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    Louisianians have been hardest hit by the oil and have reaped the most through BP’s claims process, getting 34,000 checks totaling $139 million as of Monday, according to BP. Alabama was next with $75 million, Florida residents took in $61 million, Mississippians $26 million and Texans had received $9 million since the April 20 explosion of the Deepwater Horizon rig killed 11 and started a spill that lasted more than three months.

    BP said it has paid out $58 million in just the first eight days of August, in part by eliminating some paperwork requirements for business claims.

    “I’ll be the first to admit that this process has not been perfect,” Willis said. “We’re going to continue to look for ways to get this money out and do it more efficiently.”

    Who is eligible and how much compensation they deserve are open questions.

    Lindsay said she was pointedly told by a claims adjuster that she wouldn’t get money from BP to keep afloat the beach wedding business she owns with her sister, which she said was on pace to make $500,000 this year until the spill.

    “Last week we were told they were not paying wedding planners,” she said with a huff of frustration. “We’re having to close our offices. We’re not closing the business – yet – but we’ve just got to get out from under the rent. We can’t afford it anymore.”

    Orange Beach Weddings has had 30 cancellations, owes on loans to the bank and must refund deposits while hoping for new clients.

    “The phones just don’t ring anymore,” Lindsay said.

    A few days after being told her claim was denied by one BP claims adjuster, another said it was merely on hold.

    On Thursday, yet another adjuster, who identified himself as Buddy, said Lindsay’s claim was denied, that wedding planners were ineligible.

    “Nobody can make a decision,” Lindsay said. “We’re just stuck.”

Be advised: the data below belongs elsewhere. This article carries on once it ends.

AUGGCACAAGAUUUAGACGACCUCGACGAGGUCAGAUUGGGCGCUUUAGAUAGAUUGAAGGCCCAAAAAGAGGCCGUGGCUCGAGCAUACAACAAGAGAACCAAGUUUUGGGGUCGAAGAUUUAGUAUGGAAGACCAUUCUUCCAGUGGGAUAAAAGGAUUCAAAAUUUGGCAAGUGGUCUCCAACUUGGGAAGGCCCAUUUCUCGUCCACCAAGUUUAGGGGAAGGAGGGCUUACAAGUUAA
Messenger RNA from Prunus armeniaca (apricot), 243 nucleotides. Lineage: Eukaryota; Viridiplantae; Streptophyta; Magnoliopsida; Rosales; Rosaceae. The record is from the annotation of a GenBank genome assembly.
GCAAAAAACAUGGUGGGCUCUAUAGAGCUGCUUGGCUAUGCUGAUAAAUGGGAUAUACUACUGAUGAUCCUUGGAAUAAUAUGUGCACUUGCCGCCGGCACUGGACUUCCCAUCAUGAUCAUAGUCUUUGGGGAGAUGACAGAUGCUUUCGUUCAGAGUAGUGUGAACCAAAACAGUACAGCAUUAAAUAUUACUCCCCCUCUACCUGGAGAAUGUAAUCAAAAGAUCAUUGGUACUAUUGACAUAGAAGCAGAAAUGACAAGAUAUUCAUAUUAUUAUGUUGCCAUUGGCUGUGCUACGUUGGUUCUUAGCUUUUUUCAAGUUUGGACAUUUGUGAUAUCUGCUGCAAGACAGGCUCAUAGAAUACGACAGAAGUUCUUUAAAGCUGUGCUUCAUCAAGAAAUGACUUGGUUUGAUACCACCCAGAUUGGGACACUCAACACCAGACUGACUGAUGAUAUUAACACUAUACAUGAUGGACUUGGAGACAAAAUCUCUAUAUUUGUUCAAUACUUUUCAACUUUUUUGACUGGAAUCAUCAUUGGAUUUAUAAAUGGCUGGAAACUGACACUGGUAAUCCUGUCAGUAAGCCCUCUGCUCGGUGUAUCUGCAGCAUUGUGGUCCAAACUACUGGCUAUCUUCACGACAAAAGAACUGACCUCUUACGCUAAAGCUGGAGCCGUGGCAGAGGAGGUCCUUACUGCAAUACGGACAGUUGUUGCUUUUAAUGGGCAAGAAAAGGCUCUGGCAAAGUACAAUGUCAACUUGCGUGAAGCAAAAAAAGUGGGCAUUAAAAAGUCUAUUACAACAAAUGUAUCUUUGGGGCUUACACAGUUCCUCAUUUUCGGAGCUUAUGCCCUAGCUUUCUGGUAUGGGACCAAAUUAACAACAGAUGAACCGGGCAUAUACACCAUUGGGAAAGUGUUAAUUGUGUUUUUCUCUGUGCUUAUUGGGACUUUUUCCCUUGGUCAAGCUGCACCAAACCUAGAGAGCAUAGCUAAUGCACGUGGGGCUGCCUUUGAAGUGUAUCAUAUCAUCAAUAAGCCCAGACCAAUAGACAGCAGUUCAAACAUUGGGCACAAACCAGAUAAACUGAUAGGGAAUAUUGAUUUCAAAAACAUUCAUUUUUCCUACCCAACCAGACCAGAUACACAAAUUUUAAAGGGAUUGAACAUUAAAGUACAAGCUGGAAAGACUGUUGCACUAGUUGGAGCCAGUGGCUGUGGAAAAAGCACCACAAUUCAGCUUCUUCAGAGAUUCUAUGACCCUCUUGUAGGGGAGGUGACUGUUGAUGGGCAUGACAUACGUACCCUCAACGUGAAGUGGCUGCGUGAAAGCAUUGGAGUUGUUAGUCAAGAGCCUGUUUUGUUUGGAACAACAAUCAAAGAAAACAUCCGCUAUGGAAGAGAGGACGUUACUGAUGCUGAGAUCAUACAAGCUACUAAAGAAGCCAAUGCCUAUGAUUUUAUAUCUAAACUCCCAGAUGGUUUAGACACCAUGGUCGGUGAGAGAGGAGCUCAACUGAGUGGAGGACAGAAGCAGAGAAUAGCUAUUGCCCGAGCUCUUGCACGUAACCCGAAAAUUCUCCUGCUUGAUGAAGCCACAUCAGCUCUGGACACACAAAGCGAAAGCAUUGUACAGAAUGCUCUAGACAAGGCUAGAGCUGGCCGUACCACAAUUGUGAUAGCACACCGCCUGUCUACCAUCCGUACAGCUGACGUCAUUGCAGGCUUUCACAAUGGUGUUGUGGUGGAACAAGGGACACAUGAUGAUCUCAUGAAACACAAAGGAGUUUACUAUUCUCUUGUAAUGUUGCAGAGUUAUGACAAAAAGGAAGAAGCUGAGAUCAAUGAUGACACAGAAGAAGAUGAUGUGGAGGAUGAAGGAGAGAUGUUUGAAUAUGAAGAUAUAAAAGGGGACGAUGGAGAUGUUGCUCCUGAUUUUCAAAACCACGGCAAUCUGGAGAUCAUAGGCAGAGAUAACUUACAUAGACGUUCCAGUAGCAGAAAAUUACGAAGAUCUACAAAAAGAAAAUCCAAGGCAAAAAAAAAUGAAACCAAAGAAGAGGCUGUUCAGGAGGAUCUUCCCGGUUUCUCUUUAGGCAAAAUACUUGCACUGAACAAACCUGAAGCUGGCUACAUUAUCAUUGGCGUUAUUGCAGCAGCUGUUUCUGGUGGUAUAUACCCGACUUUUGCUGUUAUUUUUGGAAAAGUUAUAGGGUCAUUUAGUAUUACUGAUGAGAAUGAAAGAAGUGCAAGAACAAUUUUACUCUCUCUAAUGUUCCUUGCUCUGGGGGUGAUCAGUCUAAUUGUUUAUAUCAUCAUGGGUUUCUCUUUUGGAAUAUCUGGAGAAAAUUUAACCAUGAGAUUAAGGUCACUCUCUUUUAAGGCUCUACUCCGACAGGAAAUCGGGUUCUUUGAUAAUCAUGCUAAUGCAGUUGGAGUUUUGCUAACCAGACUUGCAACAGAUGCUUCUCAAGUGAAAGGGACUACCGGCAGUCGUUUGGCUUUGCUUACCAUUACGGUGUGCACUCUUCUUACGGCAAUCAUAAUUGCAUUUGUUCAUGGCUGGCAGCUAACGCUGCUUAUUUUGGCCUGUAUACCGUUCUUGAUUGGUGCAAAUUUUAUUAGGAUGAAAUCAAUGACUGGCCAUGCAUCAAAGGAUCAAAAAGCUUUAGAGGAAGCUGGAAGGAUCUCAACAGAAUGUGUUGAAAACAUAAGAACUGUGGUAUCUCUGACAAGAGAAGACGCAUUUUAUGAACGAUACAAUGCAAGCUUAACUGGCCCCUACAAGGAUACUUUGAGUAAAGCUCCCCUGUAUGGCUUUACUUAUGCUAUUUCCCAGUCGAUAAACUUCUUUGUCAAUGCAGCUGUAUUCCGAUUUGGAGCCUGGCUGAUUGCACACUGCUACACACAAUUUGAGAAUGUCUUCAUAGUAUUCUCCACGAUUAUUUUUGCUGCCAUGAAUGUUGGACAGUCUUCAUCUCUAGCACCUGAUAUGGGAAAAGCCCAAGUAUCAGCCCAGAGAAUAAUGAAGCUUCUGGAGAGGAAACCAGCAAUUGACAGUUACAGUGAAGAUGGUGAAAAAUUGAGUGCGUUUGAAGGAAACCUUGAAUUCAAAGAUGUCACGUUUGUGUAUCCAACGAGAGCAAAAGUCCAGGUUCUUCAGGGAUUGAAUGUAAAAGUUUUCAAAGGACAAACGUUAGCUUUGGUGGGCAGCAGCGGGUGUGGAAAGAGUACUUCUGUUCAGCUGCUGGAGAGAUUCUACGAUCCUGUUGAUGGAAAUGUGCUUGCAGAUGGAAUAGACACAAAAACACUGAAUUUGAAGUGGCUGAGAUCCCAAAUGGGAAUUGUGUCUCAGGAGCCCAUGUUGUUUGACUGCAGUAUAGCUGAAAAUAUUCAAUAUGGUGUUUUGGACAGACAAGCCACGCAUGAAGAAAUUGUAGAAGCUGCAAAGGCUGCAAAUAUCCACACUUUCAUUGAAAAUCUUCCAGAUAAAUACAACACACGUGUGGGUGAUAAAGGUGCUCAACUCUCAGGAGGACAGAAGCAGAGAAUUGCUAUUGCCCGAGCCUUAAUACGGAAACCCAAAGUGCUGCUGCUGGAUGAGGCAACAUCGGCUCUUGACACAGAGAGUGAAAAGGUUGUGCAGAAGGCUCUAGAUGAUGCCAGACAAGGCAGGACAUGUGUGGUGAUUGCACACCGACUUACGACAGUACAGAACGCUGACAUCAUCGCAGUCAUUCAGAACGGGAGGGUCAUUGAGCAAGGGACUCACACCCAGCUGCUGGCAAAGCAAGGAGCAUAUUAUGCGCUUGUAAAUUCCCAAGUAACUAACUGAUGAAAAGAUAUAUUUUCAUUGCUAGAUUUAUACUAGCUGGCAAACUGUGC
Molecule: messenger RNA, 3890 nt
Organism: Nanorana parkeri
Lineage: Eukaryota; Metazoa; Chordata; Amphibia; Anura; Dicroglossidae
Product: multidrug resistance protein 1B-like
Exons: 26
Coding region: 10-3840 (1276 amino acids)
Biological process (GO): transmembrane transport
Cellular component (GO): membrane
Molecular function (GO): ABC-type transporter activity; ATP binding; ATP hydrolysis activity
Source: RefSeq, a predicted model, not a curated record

Wright said the adjusters in Lindsay’s case made a mistake, and that the 1,650 people on the claims team aren’t always on the same page. She said BP adjustors shouldn’t be denying any claims.

    “I’ll be working to address this with the adjusters to make sure they fully understand,” she said.

    Another lingering question is whether folks hurt by the federal moratorium on oil drilling will get help, specifically those who didn’t work directly on the 33 rigs that were shut down.

    BP gave $100 million to a charity to give grants to rig workers affected by the moratorium, but that money isn’t for businesses such as supply boats that support the rigs.

    Brett Broussard, who pilots offshore oil service boats, called it laughable for BP to say the company hasn’t denied claims. Broussard said BP told him he was ineligible because the moratorium put him out of work, not the oil spill.

    “They’re parsing words. I am not eligible because of the moratorium, but their spill caused the moratorium,” Broussard said. “I find it repulsive and repugnant.”

    Mitch Jurisich, a Plaquemines Parish, La., oyster farmer, compared the claims process to dealing with the Federal Emergency Management Agency after Hurricane Katrina in 2005 – “so similar it’s pitiful,” he said.

    “I’m still sitting here sending paperwork after paperwork trying to get my first paycheck,” Jurisich said of his spill claim. “I feel I’ve had to give more paperwork for this than I would have to give the IRS in an audit. I’m losing confidence on a daily basis.”